One of the main reasons for this caution is that former presidents, including Roh Moo-hyun, Lee Myung-bak, and Park Geun-hye, as recently as last October, either promised constitutional reform during their presidential election campaigns or actually proposed various reform options such as a four-year, two-term presidency, a semi-presidential system, or a cabinet system to replace the current five-year, single-term presidency, which dates back to the ninth amendment of the constitution in 1987. But none of these leaders took any action.
Another and more practical reason for caution is that any constitutional change needs the support of two-thirds of the National Assembly plus a public referendum. Considering the current national division between pro- and anti-Park blocs, even within the conservative bloc, and the chaotic and interparty conflicts among both conservatives and progressives, these requirements will be a real test for the new government, whoever wins, to build enough national coherence to deliver the long-debated constitutional and governance reform.
These candidates have also vowed to shake up corporate governance as their top priority, even though their approach to corporate reform varies
One good sign is that the presidential candidates of the five main parties have all publicly vowed to put a constitutional amendment bill to a public referendum in next year’s provincial elections expected to be held in May 2018.
Concerning the power structure of the presidency, Moon promotes a four-year, two-term presidency, whereas conservative frontrunner Hong Joon-pyo of the LPK prefers a decentralised cabinet system with a four-year, two-term presidency. Ahn of the center-left People’s Party, however, opposes the cabinet system, arguing that it would be premature, even though he has put weight on a semi-presidential system with reduced presidential powers.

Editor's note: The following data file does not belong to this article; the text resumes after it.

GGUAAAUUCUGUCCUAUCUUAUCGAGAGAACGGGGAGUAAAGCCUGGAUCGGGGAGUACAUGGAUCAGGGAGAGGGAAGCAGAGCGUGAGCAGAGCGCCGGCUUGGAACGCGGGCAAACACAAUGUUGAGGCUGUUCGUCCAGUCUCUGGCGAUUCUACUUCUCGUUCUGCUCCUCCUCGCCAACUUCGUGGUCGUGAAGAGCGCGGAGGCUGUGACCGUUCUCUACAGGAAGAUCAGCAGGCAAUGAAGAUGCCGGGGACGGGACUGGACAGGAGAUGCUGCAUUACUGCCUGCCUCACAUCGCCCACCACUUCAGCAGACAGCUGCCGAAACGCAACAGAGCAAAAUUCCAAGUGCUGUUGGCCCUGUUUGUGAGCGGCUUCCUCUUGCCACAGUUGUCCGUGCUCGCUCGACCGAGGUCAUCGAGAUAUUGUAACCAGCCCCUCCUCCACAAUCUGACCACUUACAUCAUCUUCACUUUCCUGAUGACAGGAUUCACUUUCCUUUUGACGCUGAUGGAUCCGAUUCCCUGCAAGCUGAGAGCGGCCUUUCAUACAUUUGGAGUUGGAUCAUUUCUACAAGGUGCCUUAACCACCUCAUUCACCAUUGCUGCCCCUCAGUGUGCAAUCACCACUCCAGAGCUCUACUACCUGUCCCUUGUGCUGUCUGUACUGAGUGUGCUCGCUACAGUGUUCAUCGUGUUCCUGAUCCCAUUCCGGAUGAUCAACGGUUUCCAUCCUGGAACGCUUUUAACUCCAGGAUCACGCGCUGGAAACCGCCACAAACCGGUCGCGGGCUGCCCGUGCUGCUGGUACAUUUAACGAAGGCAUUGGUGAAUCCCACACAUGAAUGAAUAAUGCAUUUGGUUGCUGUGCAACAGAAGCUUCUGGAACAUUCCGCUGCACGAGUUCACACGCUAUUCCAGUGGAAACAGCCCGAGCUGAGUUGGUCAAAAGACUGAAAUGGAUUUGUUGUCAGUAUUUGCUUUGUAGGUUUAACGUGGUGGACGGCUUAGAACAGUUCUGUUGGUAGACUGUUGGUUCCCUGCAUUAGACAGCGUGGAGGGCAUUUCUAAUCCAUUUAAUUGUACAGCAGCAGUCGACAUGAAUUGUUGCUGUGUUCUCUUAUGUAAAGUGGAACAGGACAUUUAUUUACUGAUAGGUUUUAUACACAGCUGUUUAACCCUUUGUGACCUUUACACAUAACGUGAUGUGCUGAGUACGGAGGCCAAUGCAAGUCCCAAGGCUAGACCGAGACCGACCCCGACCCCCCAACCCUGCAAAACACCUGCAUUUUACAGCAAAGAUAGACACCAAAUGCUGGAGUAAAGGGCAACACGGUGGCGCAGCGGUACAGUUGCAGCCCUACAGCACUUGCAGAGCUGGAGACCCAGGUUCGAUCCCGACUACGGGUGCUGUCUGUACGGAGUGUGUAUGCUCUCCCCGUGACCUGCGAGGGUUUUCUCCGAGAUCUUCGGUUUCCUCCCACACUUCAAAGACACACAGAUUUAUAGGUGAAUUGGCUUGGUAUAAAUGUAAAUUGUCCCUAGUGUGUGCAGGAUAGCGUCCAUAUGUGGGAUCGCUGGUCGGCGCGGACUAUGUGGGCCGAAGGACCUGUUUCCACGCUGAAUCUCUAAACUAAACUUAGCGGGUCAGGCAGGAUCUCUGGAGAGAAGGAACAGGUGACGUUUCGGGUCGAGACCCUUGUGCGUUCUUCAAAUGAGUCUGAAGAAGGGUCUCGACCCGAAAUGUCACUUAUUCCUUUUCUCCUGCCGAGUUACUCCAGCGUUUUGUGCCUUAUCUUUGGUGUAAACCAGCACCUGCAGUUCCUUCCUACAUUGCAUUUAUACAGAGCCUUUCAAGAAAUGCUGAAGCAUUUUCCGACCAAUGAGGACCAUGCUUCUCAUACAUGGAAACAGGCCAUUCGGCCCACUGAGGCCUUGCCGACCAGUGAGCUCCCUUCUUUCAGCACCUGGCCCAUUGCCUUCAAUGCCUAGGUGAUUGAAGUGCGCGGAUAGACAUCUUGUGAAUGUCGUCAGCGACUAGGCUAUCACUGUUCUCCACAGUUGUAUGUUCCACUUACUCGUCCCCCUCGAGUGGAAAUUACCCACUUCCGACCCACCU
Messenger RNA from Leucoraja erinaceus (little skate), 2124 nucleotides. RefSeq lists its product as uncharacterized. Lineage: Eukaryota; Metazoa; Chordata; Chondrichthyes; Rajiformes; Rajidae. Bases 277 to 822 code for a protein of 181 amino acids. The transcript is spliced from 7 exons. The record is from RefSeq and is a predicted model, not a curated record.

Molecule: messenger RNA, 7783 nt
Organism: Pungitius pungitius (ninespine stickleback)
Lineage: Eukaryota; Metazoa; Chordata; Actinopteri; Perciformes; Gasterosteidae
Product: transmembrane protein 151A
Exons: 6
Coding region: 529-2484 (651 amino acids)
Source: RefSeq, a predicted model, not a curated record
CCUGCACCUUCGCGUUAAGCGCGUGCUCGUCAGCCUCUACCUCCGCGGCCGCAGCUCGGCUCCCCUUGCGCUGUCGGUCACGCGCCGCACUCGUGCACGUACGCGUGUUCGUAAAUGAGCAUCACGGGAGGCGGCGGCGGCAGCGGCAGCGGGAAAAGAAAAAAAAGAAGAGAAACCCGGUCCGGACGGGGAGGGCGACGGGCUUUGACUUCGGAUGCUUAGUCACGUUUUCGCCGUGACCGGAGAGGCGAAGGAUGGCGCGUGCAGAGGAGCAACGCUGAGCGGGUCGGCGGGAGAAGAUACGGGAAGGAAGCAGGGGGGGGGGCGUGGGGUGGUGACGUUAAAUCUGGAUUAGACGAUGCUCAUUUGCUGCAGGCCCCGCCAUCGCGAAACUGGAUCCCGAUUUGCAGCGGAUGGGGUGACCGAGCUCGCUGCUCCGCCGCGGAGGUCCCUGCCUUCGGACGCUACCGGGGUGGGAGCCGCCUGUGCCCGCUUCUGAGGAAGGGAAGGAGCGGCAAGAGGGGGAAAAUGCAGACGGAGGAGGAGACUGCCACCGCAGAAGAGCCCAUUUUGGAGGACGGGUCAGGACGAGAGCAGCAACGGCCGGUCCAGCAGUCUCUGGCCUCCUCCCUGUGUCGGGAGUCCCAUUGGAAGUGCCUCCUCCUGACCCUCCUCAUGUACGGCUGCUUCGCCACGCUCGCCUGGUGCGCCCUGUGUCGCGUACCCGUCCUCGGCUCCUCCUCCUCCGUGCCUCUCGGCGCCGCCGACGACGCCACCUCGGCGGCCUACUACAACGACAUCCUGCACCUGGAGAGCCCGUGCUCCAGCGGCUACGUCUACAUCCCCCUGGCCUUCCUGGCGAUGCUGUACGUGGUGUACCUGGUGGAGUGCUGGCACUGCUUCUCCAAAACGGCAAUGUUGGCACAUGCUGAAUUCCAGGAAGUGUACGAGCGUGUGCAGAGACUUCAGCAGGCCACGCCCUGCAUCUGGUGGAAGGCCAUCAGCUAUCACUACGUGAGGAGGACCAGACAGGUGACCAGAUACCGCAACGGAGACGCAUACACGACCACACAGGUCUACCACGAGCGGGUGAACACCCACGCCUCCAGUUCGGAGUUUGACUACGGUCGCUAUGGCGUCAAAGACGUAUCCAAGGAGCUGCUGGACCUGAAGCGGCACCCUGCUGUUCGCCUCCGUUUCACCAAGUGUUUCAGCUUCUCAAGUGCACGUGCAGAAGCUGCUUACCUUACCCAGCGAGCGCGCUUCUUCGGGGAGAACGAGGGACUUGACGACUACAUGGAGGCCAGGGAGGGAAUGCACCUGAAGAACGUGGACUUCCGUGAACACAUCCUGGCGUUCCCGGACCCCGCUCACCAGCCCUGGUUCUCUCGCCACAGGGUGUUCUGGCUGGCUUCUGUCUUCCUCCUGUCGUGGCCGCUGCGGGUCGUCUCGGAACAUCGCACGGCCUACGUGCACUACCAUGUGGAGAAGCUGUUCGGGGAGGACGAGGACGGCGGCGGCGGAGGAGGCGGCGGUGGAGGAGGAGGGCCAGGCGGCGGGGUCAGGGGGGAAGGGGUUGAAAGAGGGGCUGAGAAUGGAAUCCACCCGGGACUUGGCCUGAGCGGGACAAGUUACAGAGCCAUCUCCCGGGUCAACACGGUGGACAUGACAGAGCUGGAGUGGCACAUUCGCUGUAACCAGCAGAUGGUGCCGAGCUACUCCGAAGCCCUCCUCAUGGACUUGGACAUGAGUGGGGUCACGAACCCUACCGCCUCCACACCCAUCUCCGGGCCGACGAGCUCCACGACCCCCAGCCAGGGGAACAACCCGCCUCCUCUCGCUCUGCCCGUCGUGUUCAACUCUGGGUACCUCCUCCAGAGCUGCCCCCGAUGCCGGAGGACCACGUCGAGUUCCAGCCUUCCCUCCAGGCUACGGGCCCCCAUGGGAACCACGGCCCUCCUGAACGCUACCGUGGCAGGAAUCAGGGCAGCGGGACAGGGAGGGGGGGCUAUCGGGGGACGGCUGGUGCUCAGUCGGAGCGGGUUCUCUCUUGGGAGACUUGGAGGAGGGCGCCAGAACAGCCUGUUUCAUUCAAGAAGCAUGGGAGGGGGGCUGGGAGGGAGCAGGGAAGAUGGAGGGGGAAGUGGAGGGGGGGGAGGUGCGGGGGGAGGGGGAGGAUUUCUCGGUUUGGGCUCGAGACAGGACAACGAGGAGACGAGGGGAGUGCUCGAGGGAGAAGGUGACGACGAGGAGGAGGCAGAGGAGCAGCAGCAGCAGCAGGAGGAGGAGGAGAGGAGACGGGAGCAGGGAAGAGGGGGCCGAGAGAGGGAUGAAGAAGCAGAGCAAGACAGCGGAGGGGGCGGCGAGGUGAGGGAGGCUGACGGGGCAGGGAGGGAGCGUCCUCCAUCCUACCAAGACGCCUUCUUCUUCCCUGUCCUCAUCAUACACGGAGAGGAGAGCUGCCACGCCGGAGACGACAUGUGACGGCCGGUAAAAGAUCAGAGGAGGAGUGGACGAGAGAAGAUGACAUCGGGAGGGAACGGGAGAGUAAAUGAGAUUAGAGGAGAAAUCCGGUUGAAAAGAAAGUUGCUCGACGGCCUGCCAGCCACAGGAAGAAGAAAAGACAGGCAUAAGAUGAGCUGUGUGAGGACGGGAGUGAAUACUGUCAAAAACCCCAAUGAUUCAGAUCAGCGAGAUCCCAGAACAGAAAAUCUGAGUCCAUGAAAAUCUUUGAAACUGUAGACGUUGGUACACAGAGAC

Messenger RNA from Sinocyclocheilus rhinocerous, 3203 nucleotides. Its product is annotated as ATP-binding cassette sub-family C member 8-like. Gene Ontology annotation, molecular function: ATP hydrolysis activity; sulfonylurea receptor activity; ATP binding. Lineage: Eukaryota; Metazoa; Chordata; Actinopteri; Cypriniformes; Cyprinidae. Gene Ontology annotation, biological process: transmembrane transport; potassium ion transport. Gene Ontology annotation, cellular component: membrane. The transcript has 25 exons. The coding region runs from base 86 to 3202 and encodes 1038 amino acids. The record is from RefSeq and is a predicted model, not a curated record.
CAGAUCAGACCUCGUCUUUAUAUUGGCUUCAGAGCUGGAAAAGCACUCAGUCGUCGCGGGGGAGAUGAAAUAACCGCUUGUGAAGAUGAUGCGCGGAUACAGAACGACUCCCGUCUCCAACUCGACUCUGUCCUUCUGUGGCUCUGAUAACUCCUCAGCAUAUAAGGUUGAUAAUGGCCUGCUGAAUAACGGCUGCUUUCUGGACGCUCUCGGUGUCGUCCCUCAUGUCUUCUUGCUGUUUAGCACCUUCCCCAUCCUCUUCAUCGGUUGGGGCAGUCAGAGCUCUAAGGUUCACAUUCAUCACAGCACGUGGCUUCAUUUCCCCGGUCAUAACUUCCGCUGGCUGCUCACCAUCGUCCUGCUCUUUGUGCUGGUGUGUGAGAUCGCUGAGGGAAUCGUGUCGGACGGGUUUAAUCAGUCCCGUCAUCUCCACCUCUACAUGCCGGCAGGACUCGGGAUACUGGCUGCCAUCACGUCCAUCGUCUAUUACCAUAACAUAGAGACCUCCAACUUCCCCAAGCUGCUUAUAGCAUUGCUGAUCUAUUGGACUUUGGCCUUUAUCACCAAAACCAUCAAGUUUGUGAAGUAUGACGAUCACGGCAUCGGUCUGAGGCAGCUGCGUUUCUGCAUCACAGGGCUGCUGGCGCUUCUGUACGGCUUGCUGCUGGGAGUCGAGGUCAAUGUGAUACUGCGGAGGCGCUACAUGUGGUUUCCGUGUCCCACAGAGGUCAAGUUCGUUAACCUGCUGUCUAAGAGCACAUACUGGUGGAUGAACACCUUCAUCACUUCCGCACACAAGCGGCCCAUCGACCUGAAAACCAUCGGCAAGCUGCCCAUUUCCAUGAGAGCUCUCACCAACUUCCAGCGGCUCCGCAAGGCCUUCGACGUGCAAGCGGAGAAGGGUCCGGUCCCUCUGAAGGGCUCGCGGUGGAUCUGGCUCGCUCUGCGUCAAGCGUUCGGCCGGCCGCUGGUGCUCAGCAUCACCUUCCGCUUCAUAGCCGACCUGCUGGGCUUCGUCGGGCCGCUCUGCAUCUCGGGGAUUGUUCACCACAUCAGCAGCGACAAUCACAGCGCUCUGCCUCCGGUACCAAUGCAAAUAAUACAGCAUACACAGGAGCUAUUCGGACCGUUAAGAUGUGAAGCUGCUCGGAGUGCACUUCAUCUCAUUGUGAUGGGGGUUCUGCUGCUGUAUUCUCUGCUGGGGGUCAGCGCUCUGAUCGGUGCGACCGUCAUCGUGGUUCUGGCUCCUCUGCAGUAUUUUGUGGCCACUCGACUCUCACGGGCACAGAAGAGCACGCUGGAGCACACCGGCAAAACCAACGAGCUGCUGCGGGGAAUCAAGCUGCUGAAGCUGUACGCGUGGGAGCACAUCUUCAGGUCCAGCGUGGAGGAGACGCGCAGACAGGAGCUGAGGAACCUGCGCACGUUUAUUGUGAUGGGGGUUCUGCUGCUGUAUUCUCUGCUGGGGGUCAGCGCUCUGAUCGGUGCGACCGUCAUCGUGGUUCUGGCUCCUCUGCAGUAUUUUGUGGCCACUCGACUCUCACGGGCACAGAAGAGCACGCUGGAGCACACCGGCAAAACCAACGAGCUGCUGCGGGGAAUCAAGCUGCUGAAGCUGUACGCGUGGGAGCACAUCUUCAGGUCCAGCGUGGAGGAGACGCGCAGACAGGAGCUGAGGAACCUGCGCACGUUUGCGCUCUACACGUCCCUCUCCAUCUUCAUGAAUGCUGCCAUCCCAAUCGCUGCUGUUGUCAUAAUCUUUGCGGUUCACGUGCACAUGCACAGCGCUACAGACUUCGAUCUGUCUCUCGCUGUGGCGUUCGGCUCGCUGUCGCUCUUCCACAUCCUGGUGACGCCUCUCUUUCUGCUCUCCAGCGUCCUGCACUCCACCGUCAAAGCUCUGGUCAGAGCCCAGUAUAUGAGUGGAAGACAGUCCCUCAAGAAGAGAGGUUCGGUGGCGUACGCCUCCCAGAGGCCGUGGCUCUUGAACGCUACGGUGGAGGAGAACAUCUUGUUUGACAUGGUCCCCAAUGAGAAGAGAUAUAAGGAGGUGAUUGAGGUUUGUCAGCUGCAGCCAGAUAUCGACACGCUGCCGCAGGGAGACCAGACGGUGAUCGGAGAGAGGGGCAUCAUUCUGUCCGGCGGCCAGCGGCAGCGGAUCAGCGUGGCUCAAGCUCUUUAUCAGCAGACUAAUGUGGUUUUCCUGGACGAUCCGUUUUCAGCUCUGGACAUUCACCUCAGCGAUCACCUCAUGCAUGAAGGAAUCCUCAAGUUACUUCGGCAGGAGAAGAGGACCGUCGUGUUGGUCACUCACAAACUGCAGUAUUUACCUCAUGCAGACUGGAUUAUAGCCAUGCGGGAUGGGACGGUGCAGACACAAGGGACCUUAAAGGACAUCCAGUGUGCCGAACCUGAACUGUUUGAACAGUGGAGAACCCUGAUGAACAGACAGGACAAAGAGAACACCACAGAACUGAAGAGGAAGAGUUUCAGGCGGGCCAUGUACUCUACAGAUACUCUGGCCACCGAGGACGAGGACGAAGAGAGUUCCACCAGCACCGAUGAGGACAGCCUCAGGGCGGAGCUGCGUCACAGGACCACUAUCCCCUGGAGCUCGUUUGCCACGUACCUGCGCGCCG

Action on chaebols
Similar to their echo-like pledge to carry out constitutional reform, these candidates have also vowed to shake up corporate governance as their top priority, even though their approach to corporate reform varies. Moon, Ahn, and Yoo Seong-min of the rival conservative BP, for example, have vowed ’radical reform’ by banning presidential pardons of the powerful chief executives of chaebols, family-owned Korean conglomerates.
Two other candidates, Hong of the conservative LPK and Sim Sang-jung of the minor progressive Justice Party, in stark contrast, have promised either chaebol-friendly policy (Hong) or dismantling the chaebol system itself (Sim).
Given the fact that Korean voters’ insatiable appetite for change exploded in ‘candlelight sentiments’, especially against the bribery of government by chaebols—including by Samsung vice-chairman Lee Jae-yong, who has been indicted for allegedly providing or promising $A38 million to Choi Soon-sil, Park Guen-hye’s long-time confidante—the echoing vows of these candidates for governance and constitutional reform might bring genuine change to Korea’s political and economic structure under a new post-Park impeachment government.
One of the biggest obstacles for expected reform, especially for Moon, if he wins, would be the widespread anti-Moon sentiments among conservative-leaning senior voters, particularly in the southeastern region of Youngnam, the home base of six former presidents, including Park, and the relatively unbiased Chungcheong region.
For them, Moon is unfit to lead South Korea because he is weak on security issues, especially North Korean threats, as he is accused by his critics as being pro-North or even a North Korean sympathiser.
The five presidential candidates from the left are: Moon Jae-in (DPK), Hong Joon-pyo (LPK), Ahn Chol-soo (PK), Yoo Seong-min (BP) and Sim Sang-jung (JP).